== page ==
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Workers' Comp Eligibility Requirements: Are You Eligible for Workers' Compensation?

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There is a difference between having your workers' comp approved by your employer or insurance and being eligible for workers' comp. If you are not eligible for workers' compensation, you cannot even make a workers' comp claim.

So it is important you first know if you are eligible for workers' compensation or not. This article will briefly explain to you the 4 eligibility requirements necessary to become eligible for workers' compensation. Here are they (in no necessarily particular order):

  • 1.You should be classified as an employee
  • 2.Your employer should have a workers' compensation insurance
  • 3.Your injury should be work-related
  • 4.You should file for workers' comp claim within your state's deadline

Let's get to them in brief detail.

Requirement #1: You should be classified as an employee

Just because you work for a company or employer does not mean you are an employee – at least, you're not necessarily classified as an employee based on legal terms.

If you work as an independent contractor, for instance, such as being a freelancer, you're not legally classified as an employee even if you work for an individual or company. Hence, you're mostly not eligible for workers' compensation.

If you're both an employee and an independent contractor, you can claim for workers' compensation to the company or employer whom you work for as an employee.

Volunteers are also mostly not eligible for workers' compensation, though some states and organizations give their specific workers' comp to their volunteers.

Requirement #2: Your employer should have a workers' compensation insurance

Your employer should have a workers' compensation insurance before they can provide workers' compensation to you.

The good news is, most states require their employers to obtain a certain amount of workers' comp insurance. The laws may vary from state to state, but most require employers to obtain workers' comp insurance.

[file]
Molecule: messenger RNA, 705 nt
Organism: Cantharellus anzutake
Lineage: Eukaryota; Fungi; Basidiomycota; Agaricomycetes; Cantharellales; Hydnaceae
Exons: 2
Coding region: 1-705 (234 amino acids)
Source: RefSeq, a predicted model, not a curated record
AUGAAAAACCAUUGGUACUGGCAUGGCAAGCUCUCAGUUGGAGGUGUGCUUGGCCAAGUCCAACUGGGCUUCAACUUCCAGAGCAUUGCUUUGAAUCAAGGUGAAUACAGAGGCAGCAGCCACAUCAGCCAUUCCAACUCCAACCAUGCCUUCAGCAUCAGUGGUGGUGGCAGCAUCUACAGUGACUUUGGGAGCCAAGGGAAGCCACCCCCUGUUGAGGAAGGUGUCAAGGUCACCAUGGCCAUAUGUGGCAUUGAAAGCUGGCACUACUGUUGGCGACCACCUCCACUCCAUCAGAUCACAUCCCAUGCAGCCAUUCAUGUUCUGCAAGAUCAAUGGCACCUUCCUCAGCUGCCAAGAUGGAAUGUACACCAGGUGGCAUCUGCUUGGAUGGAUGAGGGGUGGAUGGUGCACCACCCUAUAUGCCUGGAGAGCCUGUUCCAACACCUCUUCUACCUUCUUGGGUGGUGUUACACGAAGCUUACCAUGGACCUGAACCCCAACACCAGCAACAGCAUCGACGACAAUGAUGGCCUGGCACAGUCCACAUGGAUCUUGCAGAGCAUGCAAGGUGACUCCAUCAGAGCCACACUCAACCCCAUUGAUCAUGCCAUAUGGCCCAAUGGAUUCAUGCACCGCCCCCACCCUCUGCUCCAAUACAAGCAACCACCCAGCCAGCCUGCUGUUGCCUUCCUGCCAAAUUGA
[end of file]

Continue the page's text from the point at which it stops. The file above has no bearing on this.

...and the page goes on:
Some employers also obtain more workers' comp insurance than what is legally required. This is to protect themselves from severe financial loss in case of a claim and to generally protect themselves from lawsuits – employees generally cannot sue their employers and claim for workers' comp benefits at the same time, except for a very few exceptions.

So far, Texas is the only that does not require employers to obtain workers' compensation insurance. But then again, it can be in the interest of the employer to obtain one.

Requirement #3: Your injury should be work-related

This one is very obvious. Your injury or illness must be work-related to be eligible for workers' compensation. But what defines a work-related injury (or illness)?

The obvious answer is any injury or illness you got while performing your job. This means that if you got into a machinery accident while working on a machine or falling off the roof of the house you're constructing, these injuries and illnesses are considered work-related.

Basically, you should be working your job when you got injured and/or you should be at the workplace and within the working hours when the injury happened.

However, work-related injuries also include injuries you got after you run some errand for your employer.

Lastly, even if you don't work the main part of the job but still work for the job when you got injured, that can be considered as work-related injury. For instance, you are a baker and you got an accident while buying flour for your bakery shop. Even though your main job is to bake, buying flour so that you have the ingredients needed in baking is also part of the job, hence your injury out of it is considered work-related.

Requirement #4: You should file for workers' comp claim within your state's deadline

Even if you meet the first three deadlines, if you didn't filed for workers' compensation within the state's deadline, you may lose the privilege of claiming your workers' comp benefits.

Take note that reporting your injury to your employer is different from filing for workers' compensation. In California, the law is: you should report your injury to your employer within 30 days after your injury is realized, and within 1 year for filing of workers' compensation.

Conclusion

These are the 4 eligibility requirements which you should meet to be eligible for workers' compensation. Let's sum them up again:

  • 1.You should be classified as an employee
  • 2.Your employer should have a workers' compensation insurance
  • 3.Your injury should be work-related
  • 4.You should file for workers' comp claim within your state's deadline

If you need further legal advice, it will be best if you consult a top workers' compensation attorney in Los Angeles.

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Thursday, 22 October 2020
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